Zoology

Migratory Patterns of the Humpback Whale



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The migratory patterns of the humpback whale (Megaptera noviaeangliae) span some of the greatest distances of any species, covering on average some 25,000 kilometres every year from the tropics to polar waters and back again. One population of humpback whales winters off the coast of Costa Rica but travels all the way to Antarctica in the summer, making it the longest documented migratory journey of any mammal.

Migratory populations remain almost entirely distinct from one another, returning to the same coastal and polar regions year after year. In the northern hemisphere, migration is concentrated along the coastal waters of North America and Asia and to a much lesser extent Europe. These humpback populations summer along the Aleutian Islands, Kamchatka Peninsula, Canadian Maritime provinces and Gulf of St. Lawrence, Greenland, Iceland, and along the Norwegian fjords; and winter near California, the outlying islands of the Caribbean Sea, Japan, the Philippines, and even Hawai'i. In the southern hemisphere, humpbacks summer at Antarctica and winter around the south Pacific islands, South Africa, Brazil, Chile, Costa Rica (crossing the equator by way of the Humboldt current), as well as two separate winter populations off the east and west coasts of Australia.

Courtship, mating, and raising the young occur during the winter months. Poleward migration does not usually occur until after the young have been weaned, approximately six months after birth. During this entire time the adult humpbacks never feed, living entirely off blubber stored up during the summer polar feedings on krill and small schooling fish such as herring and mackerel. Humpback gestation lasts 11.5 months, meaning that there is an entire migratory cycle between mating and giving birth.

While short-lived social groups come together to compete for females and to feed, migration is largely undertaken individually except for mothers and calves, which may continue the weaning process during part of the migration. Although humpback adults rarely interact socially with the other mammalian species sharing their part of the ocean, humpback calves have been observed playing with dolphin calves.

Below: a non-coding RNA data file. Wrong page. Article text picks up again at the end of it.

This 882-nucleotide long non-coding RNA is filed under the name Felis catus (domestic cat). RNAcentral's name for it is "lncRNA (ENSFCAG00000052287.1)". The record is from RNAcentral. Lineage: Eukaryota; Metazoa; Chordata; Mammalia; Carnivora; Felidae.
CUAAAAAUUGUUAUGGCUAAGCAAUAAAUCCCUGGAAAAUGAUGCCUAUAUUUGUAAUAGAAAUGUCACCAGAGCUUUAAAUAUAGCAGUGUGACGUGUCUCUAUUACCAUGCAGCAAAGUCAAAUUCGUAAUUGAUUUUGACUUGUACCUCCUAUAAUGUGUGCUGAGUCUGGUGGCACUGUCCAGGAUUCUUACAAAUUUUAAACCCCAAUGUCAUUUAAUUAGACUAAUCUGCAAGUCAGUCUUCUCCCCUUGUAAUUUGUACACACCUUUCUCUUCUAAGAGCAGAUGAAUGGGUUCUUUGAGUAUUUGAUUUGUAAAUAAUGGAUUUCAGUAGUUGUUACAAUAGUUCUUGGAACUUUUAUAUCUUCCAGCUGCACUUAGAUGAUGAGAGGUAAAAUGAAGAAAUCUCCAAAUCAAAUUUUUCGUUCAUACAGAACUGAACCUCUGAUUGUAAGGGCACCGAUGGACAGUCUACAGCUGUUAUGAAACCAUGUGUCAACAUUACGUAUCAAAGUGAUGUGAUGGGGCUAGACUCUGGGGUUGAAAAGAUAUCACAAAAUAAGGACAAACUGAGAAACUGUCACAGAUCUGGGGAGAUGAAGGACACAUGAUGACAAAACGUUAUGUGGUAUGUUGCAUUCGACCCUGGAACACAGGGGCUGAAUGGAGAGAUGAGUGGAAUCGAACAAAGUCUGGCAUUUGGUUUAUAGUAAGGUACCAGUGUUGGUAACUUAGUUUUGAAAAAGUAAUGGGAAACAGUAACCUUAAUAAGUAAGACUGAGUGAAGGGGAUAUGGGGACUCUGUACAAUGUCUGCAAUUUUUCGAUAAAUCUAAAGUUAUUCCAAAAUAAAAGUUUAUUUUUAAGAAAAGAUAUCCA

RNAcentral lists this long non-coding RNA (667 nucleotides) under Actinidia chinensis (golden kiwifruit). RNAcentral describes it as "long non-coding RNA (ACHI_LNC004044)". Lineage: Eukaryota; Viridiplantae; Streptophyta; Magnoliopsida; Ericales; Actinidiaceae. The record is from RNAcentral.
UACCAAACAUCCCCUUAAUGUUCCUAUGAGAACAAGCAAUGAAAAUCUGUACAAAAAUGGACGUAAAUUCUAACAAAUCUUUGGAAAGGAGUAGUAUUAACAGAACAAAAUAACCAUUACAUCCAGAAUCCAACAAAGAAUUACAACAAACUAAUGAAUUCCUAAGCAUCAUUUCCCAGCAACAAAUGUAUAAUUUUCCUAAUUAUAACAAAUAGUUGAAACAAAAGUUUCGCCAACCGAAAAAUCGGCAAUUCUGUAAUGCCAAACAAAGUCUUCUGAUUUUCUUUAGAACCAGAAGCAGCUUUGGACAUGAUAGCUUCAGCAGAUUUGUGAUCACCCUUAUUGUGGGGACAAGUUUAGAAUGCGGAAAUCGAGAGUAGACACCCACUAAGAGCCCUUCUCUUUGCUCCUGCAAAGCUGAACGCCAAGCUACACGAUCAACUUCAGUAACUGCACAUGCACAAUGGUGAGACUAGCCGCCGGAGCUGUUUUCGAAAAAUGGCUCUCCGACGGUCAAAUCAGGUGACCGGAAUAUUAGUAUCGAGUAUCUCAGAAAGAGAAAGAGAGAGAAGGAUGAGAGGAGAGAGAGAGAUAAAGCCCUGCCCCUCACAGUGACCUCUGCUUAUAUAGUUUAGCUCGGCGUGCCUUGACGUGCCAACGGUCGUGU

Not all humpback whales migrate. At least one population of humpback whales, living in the Arabian Sea and Indian Ocean, remains there year-round. This may be due to the route poleward being blocked by the Arabian peninsula and Indian subcontinent.

Tracking migrating humpback whales has been a challenge. The earliest attempted records go back to early whaling expeditions, but these tended to focus on where and when large concentrations of humpbacks could be expected. Later tracking attempts, including an ongoing photographic catalogue of all known humpback whales in the north Atlantic, used tail fluke markings, unique as a fingerprint, to identify individual humpbacks. Still others tagged individuals with radio receivers, to be tracked with triangulation and later with satellite telemetry.

While still a species on the IUCN Red List of Threatened Species, the humpback whale is no longer technically red-listed. The International Union for the Conservation of Nature and Natural Resources has recently reclassified the humpback whale as being of least concern (LC 2.3), a category reserved for species which have been evaluated but which are not (or no longer) deemed at risk, and thus shared by such species as the rock pigeon and the common juniper. Recent conservation efforts along its entire migratory route have resulted in a significant increase in humpback numbers to at least 80,000, up from an estimated low of around 10,000 in the 1960s, with perhaps only 700 remaining in the north Atlantic. However, the population before commercial whaling is estimated to have been upward of 125,000, and the newly revised status is being used by Japan as a major argument to overturn the current moratorium on whaling.

Identifying migratory routes is of crucial importance to preserving the species. Quite apart from the threat due to hunting and even non-whaling fishing nets, many marine species are particularly vulnerable to sound pollution such as that produced by most ocean transports, and humpback whales are no exception. In fact, deafness in a humpback may as well be death to that humpback. Although echolocation, the ability to locate prey through sonar, has never been proven in a baleen whale species, whalesong is believed to play a strong role in navigation, as well as in mating rituals, territoriality, cooperative 'bubble net' feeding, and other socialization. How the various aspects of whalesong function remains as yet unknown. However, what is certain is that to disrupt whalesong is to disrupt the patterns of life itself. Thus accurate identification of migratory routes may in future affect the location of standard shipping lanes.

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